Lawmakers in Massachusetts are currently considering a bill that would allow women to have abortions at any point before birth if their respective physicians deem termination necessary to protect either physical or mental health.
Currently, in Massachusetts, abortion is legal until the age of fetal viability, which comes between 22 and 24 weeks into pregnancy. This new legislation, known as the “Roe Act,” would extend abortion access past 24 weeks gestation.
The bill defines “health” very broadly:
A physician, acting within their lawful scope of practice, may perform an abortion when, according to the physician’s best medical judgment based on the facts of the patient’s case, the patient is beyond twenty-four weeks from the commencement of pregnancy and the abortion is necessary to protect the patient’s life or physical or mental health, or in cases of lethal fetal anomalies, or where the fetus is incompatible with sustained life outside the uterus. Medical judgment may be exercised in the light of all factors — physical, emotional, psychological, familial, and the person’s age — relevant to the well-being of the patient.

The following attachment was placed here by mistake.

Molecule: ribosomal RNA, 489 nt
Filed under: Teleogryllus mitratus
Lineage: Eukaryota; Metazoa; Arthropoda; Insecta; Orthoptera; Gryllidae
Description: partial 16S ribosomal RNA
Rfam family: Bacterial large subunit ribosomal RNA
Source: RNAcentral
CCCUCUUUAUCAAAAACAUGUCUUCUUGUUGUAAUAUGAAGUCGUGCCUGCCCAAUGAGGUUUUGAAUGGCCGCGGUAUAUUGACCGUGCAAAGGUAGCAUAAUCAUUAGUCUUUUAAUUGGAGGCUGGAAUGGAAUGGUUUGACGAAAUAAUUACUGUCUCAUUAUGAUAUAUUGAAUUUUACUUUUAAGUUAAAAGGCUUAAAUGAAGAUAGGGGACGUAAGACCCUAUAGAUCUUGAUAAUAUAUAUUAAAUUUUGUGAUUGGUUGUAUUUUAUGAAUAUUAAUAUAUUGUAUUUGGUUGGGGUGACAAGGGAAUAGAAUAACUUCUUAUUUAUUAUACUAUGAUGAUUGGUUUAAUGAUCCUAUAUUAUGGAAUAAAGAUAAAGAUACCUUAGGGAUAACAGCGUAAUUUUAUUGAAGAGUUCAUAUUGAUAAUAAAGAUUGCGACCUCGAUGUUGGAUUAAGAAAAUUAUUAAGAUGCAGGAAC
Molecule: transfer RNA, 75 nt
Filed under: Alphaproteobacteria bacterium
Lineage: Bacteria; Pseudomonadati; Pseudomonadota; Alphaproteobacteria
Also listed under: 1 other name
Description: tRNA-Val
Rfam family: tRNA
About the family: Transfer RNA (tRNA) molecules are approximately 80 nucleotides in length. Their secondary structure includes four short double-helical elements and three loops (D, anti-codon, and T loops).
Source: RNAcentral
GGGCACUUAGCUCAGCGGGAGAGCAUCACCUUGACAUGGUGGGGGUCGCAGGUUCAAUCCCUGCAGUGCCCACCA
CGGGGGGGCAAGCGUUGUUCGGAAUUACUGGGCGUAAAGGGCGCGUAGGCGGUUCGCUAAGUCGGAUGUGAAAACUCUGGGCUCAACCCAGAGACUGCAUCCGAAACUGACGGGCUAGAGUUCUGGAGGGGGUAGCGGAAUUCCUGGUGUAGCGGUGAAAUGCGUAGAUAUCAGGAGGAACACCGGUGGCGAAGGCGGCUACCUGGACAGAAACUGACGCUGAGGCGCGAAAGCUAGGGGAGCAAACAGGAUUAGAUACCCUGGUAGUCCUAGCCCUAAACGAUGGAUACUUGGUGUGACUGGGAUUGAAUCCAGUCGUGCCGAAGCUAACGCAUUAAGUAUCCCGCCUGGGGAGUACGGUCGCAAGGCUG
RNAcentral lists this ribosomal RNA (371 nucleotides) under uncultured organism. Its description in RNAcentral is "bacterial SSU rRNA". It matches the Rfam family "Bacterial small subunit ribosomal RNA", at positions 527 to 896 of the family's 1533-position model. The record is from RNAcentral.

Additionally, the bill would ensure minors have access to abortion sans parental consent. The proposed law would allow any woman (or, as the bill states, “pregnant person”) unilateral access to abortion so long as they give informed consent.
While Massachusetts Gov. Charlie Baker (R) told NPR recently he supports access to abortion, he believes the “Roe Act” goes too far.
Ironically, Massachusetts, which boasts a sizable Catholic demographic, was among the first states to pass limits on legal abortions in the 1970s. At that time, those limits included requiring parental consent for minors seeking abortions.